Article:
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Francesco Stellacci “Supramolecular approaches to Engineer Materials Interactions with Viruses: From Stabilization to Virucidal Drugs”
September 25, 2017 @ 11:00 am
Institute of Materials, and Interfaculty Bioengineering Institute, Ecole Polytecnique Fédérale de Lausanne (EPFL), Lausanne, 1015, Switzerland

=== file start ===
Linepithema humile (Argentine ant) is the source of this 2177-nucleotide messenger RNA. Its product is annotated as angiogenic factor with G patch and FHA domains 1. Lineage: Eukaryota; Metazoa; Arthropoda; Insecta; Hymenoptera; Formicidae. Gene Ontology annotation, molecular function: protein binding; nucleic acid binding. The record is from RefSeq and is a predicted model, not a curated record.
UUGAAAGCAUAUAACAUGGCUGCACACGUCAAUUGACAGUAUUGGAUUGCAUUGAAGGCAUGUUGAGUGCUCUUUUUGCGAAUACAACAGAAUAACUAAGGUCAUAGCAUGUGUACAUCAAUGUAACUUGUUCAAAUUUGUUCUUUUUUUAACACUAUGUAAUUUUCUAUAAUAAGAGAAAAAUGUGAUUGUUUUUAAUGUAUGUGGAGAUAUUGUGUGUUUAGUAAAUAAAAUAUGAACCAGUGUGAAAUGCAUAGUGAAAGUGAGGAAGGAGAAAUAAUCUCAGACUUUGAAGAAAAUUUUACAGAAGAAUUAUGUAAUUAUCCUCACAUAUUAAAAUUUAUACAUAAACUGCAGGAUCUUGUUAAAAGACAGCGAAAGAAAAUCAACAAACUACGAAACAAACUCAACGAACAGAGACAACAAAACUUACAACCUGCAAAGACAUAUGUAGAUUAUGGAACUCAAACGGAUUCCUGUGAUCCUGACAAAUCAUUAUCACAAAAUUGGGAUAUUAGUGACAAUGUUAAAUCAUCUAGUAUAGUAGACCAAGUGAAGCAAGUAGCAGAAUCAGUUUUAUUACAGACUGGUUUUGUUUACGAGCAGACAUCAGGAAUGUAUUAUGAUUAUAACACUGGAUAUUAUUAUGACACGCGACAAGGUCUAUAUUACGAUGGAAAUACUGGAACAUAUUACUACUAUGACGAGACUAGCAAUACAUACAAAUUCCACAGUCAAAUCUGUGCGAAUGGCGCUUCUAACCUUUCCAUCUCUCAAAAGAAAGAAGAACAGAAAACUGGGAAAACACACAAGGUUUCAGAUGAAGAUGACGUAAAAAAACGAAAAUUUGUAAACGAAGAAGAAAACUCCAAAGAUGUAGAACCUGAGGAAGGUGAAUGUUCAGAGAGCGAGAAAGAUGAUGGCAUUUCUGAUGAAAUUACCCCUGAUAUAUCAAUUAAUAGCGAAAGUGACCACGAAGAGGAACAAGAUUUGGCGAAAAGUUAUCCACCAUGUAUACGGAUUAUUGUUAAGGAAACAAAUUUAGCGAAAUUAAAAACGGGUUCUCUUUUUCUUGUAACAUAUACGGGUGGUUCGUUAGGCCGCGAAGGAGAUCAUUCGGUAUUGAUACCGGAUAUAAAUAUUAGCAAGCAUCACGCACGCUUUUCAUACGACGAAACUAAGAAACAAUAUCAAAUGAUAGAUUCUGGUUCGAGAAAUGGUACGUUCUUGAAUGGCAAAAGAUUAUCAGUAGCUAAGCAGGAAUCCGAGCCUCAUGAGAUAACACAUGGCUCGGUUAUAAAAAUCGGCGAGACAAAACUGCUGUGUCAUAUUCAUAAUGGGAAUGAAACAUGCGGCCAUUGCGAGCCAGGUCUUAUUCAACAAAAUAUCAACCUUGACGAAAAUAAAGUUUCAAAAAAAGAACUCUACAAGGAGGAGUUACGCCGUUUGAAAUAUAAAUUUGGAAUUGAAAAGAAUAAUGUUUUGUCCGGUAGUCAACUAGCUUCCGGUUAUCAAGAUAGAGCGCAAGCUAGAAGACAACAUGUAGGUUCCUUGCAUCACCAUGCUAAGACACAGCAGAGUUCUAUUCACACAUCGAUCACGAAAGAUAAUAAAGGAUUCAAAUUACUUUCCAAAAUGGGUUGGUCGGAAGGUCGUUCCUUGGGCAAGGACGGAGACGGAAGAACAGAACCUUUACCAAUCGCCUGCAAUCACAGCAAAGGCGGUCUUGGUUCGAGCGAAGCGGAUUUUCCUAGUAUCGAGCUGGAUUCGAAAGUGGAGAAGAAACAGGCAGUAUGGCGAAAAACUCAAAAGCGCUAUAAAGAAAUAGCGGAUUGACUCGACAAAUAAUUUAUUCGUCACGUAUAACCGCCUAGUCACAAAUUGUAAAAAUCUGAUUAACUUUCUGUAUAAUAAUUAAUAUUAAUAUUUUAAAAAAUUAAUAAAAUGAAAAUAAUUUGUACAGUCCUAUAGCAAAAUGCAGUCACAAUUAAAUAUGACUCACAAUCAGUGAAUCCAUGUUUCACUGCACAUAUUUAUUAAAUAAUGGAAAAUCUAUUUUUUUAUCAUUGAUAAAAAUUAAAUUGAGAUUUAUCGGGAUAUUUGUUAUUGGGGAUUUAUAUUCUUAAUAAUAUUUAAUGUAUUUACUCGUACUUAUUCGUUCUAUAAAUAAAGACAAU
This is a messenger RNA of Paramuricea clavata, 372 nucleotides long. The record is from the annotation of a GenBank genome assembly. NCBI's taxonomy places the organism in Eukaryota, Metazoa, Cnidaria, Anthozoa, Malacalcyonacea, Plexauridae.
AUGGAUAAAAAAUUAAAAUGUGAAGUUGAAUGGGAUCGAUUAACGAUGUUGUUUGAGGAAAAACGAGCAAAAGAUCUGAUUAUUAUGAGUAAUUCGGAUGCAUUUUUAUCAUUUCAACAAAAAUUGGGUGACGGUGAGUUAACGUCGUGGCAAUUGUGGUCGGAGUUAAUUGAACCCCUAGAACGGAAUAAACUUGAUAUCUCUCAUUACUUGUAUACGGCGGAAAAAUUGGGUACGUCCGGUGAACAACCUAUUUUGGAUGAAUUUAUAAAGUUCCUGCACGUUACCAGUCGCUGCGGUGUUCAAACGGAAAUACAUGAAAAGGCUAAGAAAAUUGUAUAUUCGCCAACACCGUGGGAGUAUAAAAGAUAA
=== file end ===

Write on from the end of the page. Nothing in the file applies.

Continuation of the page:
Viruses kill every day in large numbers especially in low-income countries. Any given day ~1600 children age 1 to 5 die of diarrhea (mostly due to rotavirus). More than 5000 people have died of Ebola in the last outbreak. On the other hand, viruses also save lives as vaccines; unfortunately, because of their thermal instability, vaccines need constant refrigeration. This generates a ‘cold chain’ need for vaccines that contributes to >50% of the costs of vaccination programs and generates significant logistic problems especially in developing countries. The ‘cold chain problem’ is considered among the top challenges for global vaccinations. In this talk, these problems will be addressed with the tools of nano-medicine. Results show that nanoparticles (and equivalent small or macro-molecules) can have a wealth of interactions with viruses. Depending on the particles’ coating and on the specific virus, particles can (i) thermally stabilize viruses, (ii) inhibit their cell entry, or (iii) be virucidal (i.e. permanently in-activate them outside their host). Each of these interactions can be leveraged to address a key biomedical challenge that viruses pose. A series of systematic studies on virus interactions with nanomaterials will be presented to identify the mechanisms that maximize thermal stabilization or virucidal action. The former will is used to produce additives for vaccines capable of keeping viral vectors stable for more than two months at 37°C, thus directly addressing the ‘cold chain problem’. Virucidal efficacy is used to create drugs able to reduce the mortality of infections due to Dengue or Hepes. In all cases the focus used in this research is to find nanoparticles, macro- or small molecules that are safe and inexpensive so that the translation of this research in drugs for low-income countries could be deemed as feasible in the near future.